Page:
I have a criminal record. What are my chances of getting hired?
Unfortunately if you have a criminal record, it is unlikely that you will be able to work in forensic science. Due to the nature of the work, employers are unlikely to be willing to hire someone with criminal convictions, especially since they no doubt have other suitable applicants with no record.
How much money do forensic scientists earn?
The salaries earned by those in this area differ greatly, depending on what job you are doing, the country in which you are living, and your qualifications and experience. They are also frequently changing. To gain an idea of the salaries for different jobs, look at recent job postings for positions you are interested in.
Do I have to have a degree to work in forensics?
If you want to work in a scientific position, then you will almost certainly need a degree in a scientific subject. For some positions involving crime scene work, employers do not necessarily require you to have a degree. However with the high demand for forensic science positions, university/college education is advisable.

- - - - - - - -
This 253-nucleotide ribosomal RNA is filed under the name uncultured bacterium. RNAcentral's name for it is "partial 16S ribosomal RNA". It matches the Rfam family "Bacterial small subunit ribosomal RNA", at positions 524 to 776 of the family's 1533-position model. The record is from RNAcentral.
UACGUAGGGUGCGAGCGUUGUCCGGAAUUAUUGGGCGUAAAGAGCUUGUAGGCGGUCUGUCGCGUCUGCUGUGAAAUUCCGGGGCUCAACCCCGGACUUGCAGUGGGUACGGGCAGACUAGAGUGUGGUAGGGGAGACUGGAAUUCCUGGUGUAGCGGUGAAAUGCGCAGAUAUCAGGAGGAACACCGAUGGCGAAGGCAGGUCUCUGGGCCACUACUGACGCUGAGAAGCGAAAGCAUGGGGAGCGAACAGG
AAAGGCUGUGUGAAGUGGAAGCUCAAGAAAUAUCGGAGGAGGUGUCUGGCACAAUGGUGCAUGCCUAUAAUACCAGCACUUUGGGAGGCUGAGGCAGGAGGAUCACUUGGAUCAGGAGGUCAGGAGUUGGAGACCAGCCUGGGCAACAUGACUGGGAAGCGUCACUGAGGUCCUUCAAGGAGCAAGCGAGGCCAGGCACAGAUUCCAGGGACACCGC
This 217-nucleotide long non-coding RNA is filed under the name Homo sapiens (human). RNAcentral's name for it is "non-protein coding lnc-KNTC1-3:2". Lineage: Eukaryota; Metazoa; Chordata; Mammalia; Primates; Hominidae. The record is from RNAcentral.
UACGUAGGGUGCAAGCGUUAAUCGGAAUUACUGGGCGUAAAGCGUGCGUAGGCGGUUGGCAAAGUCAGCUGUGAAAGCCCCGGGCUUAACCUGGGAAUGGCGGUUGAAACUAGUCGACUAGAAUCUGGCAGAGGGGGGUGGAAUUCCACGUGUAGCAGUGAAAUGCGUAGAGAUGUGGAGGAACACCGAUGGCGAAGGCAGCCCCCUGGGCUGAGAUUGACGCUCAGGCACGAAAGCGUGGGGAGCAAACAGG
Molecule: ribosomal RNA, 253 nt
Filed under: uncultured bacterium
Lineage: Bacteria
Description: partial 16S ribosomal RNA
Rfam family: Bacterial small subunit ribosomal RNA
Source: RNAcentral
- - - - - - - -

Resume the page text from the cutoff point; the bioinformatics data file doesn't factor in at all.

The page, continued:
Can I get work experience in forensic science?
Unfortunately this is unlikely. Due to the nature of the work, employers do not take on students and other members of the public in voluntary positions. However see the work experience section above for some ideas on other useful experience you may be able to obtain.
This page primarily covers education and careers in the United Kingdom and United States. If you live elsewhere and would like further information on education and careers in your area, feel free to contact me and I will help in any way I can firstname.lastname@example.org
Listed below are a selection of forensic science organisations and recruitment services listing current vacancies in forensic science. The majority of these listing are in the UK. For listings in other countries, please visit this site.
Defence Science & Technology Laboratory
Cy4or Digital Forensics
Home Office Centre for Applied Science & Technology
HM Revenue & Customs
Foster & Freeman
Police Jobs: Scene of Crime Officers
Forensic Science Society Jobs
Forensic First Ltd
Manlove Forensics Ltd
Key Forensic Services Ltd
Forensic Science Laboratory Ireland
Department of Justice Northern Ireland
Career Jet Forensics Jobs
Indeed Forensic Jobs
Go Yocal Forensic Jobs